China Daily (USA) - - LIFE | CULTURE -

hi­ang Yomei is known to many peo­ple as the great­grand­daugh­ter of Chi­ang Kai-shek, the late Kuom­intang leader.

But her first solo ex­hi­bi­tion in Hong Kong, to open onWed­nes­day, will likely un­veil to the pub­lic her lesser-known side as a Lon­don­based artist and a de­vout Bud­dhist whose works are rooted in Asian cul­ture.

Chi­ang Yomei: Other Realms, run­ning at Sotheby’s Hong Kong gallery through Nov 19, shows her paint­ings and in­stal­la­tions. The cen­ter­piece is a large-scale in­stal­la­tion ti­tled Cross­ing that makes its de­but.

Many pairs of white shoes that can be worn by men, women and chil­dren, and­made­out of rice pa­per, are sus­pended to form a “river” of del­i­cacy and slight translu­cency.

The au­di­ence can imag­ine the shoes rep­re­sent­ing peo­ple­whowalk through cy­cles of life and death and across dif­fer­ent spir­i­tual realms.

Chi­ang Yomei, 55, traces the work to the death of her grand­fa­ther, Chi­ang Ching-kuo— the eldest son and po­lit­i­cal heir of Chi­ang Kai-shek.

She re­mem­bers thatwhenChi­ang Ching-kuo died in 1988, an el­derly house­keeper in­sisted on keep­ing a glass of wa­ter and his old slip­pers by his bed for the first 49 days of mourn­ing, a pe­riod dur­ing which many Chi­nese be­lieve the spirit of the de­ceased of­ten re­turns.

“As I never got to say good­bye to my grand­fa­ther, I felt the only thing that con­nected me to the essence of him was the last pair of slip­pers he wore,” Chi­angYomei tell­sChina Daily in an e-mail in­ter­view.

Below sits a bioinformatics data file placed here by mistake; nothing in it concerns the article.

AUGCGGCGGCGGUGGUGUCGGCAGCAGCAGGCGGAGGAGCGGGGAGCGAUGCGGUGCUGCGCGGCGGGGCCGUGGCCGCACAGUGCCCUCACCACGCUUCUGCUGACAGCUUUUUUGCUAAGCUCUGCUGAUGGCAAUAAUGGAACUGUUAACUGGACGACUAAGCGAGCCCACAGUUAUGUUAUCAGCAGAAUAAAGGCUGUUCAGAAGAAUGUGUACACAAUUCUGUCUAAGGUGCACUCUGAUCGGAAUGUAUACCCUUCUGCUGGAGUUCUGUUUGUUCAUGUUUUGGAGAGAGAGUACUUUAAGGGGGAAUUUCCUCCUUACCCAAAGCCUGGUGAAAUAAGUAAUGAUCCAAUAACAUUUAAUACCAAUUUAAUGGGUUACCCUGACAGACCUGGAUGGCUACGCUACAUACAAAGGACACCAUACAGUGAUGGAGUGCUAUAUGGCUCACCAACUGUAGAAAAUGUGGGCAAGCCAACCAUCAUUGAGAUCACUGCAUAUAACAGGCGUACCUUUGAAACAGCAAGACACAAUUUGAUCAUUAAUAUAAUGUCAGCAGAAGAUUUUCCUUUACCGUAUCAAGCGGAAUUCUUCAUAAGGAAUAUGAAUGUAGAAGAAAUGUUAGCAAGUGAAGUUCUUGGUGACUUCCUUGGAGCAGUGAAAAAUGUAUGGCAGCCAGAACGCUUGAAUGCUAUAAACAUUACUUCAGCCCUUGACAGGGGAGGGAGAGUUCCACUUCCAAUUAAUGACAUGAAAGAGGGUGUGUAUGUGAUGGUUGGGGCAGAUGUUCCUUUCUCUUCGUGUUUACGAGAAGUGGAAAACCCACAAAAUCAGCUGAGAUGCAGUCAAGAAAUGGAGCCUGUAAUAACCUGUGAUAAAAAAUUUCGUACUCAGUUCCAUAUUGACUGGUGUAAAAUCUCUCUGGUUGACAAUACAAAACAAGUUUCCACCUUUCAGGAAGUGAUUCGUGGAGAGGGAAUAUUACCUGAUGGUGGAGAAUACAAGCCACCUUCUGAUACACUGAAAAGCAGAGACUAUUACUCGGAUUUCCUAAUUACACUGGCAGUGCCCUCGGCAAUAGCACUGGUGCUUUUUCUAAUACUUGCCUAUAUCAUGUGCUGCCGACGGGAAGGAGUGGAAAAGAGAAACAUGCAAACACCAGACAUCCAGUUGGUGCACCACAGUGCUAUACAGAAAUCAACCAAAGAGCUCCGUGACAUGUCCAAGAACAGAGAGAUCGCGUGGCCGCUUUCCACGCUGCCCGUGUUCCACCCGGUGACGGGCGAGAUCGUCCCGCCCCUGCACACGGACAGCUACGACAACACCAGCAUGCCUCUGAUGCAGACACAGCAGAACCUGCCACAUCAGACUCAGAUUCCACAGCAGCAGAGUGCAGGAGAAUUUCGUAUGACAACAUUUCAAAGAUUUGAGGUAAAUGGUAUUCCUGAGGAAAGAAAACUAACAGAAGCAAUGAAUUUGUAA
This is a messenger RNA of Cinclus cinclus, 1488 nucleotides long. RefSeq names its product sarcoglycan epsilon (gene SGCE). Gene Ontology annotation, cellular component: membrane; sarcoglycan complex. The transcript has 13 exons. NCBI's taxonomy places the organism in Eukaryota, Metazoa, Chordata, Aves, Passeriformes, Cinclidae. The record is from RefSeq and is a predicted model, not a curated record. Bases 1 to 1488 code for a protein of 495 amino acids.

She says shoes and the feet they pro­tect have a sym­bolic res­o­nance: 10 am-6pm, Mon­day to Fri­day, 11 am-5pm on Satur­day, through Nov 19. 5F, One Pa­cific Place, 88 Queensway, Hong Kong. 852-2822-5566. Peo­ple’s feet keep them grounded and trans­port them from place to place. Chi­nese peo­ple of­ten em­broi­der lo­tuses or lad­ders on fu­ner­ary shoe soles to sym­bol­ize the “cross­ing over to the pure realm of en­light­en­ment”.

She has in­scribed the San­skrit word ah, con­sid­ered a sym­bol of tran­scen­dence in Bud­dhism, on the soles of the shoes at her show. And she chose the in­ner sole in­stead of the outer, which sug­gests the cross­ing is an in­ward one. “We come home to our true selves.”

She also re­lates to mem­o­ries and peo­ple’s ex­is­tence in her Cab­i­net se­ries of which sev­eral in­stal­la­tions are part of the same ex­hi­bi­tion.

“I have al­ways been in­ter­ested in doors and in­te­rior spa­ces,” she says.

“A cab­i­net opened is a world re­vealed. Cabinets and draw­ers are places of se­crets and mem­o­ries; with one ac­tion we open up end­less di­men­sions of our ex­is­tence.”

In one work of the se­ries, ti­tled The Cab­i­net of Dreams, she at­tached a pair of pa­per baby shoes, the same as those used in Cross­ing, to a mir­ror in­side an open cab­i­net. The shoes bear im­ages of her as a child, her par­ents and grand­par­ents.

“A dream begets a dream ad in­fini­tum. Mem­o­ries and thoughts are like this.

“But at the end of the day all th­ese mem­o­ries ... have no re­al­ity, they are mere il­lu­sions of the mind, phan­toms that are empty of any iden­tity.”

10 am-6 pm, Mon­day to Fri­day, 11 am-5 pm on Satur­day, through Nov 19. 5F, One Pa­cific Place, 88 Queensway, Hong Kong. 852-2822-5566.


Chi­ang Yomei says she con­sid­ers her­self more Chi­nese than Euro­pean though she’s lived in Bri­tain for decades.

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